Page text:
November 20, 2012

November is National Alzheimer’s Awareness month. It is a time to honor and advocate for people who have been diagnosed with Alzheimer’s disease and their family caregivers. It is also a time to learn more about Alzheimer’s disease including symptoms of Alzheimer’s and treatment options. Read on to get informed.

What is Alzheimer’s disease?

Alzheimer’s disease is a form of dementia that causes changes in memory, thinking, and behavior. Dementia is an umbrella term used to describe any condition that causes problems with memory and thinking that impact a person’s ability to function. Over time, Alzheimer’s can often progress and impact all aspects of a person’s daily activities. There is currently no cure, but there are treatments that can help with symptoms. 

What causes Alzheimer’s disease?

Experts do not yet know exactly what causes Alzheimer’s disease. Research up to this point has indicated that Alzheimer’s may develop over time due to a number of causes. For example, many experts believe that Alzheimer’s disease may be caused by two changes in the brain – plaques and tangles. Plaques are protein clumps. Tangles are twisted fibers. Plaques and tangles form in the brain, and may block or slow communication between nerve cells.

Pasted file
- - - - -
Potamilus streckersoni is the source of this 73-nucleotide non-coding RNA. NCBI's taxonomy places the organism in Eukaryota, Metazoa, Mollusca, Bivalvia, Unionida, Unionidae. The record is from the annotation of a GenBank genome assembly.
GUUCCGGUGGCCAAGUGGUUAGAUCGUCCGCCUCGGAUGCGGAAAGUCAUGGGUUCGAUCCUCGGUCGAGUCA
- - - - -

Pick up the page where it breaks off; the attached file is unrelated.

Experts have also identified other potential causes such as age, family history, genetics, environmental issues, and lifestyle. Alzheimer’s may be related to certain conditions such as heart disease, high blood pressure, diabetes, stroke, and obesity.

Who gets Alzheimer’s disease?

Alzheimer’s disease is a common, but devastating disease, affecting about 5.4 million Americans, according to the Alzheimer’s Association. It is much more common in older adults, but it is estimated that 200,000 adults in the US have been diagnosed before age 65. 1 in 8 people age 65 have Alzheimer’s and this number grows to nearly half for people age 85 and over.

What are the symptoms of Alzheimer’s Disease?

Alzheimer’s disease can affect each person differently. The most common early symptom is difficulty remembering new information. This is also called short-term memory loss. As Alzheimer’s Disease progresses, other symptoms can include:

■confusion about people, places, and time

■restlessness and wandering

■changes in mood and behavior

■suspicious thoughts

■difficulty understanding the spoken word (receptive aphasia)

■speech problems (expressive aphasia)

■confusion about the purpose of objects


■problems with walking, or falls

■difficulty eating and swallowing

How is Alzheimer’s disease treated?

Alzheimer’s disease is complex, and so medical professionals usually choose to approach treatment from many different angles. Current treatments aim to help people maintain mental function, manage behavioral symptoms, and slow the symptoms of the disease. There are currently four approved drugs available for the treatment of Alzheimer’s, and more are under study.

It is very important that Alzheimer’s disease is diagnosed and treated as soon as possible. If you or someone you care about has concerns about memory loss or other symptoms, talk to your healthcare provider right away. Alzheimer’s disease can only be diagnosed through a comprehensive medical evaluation.

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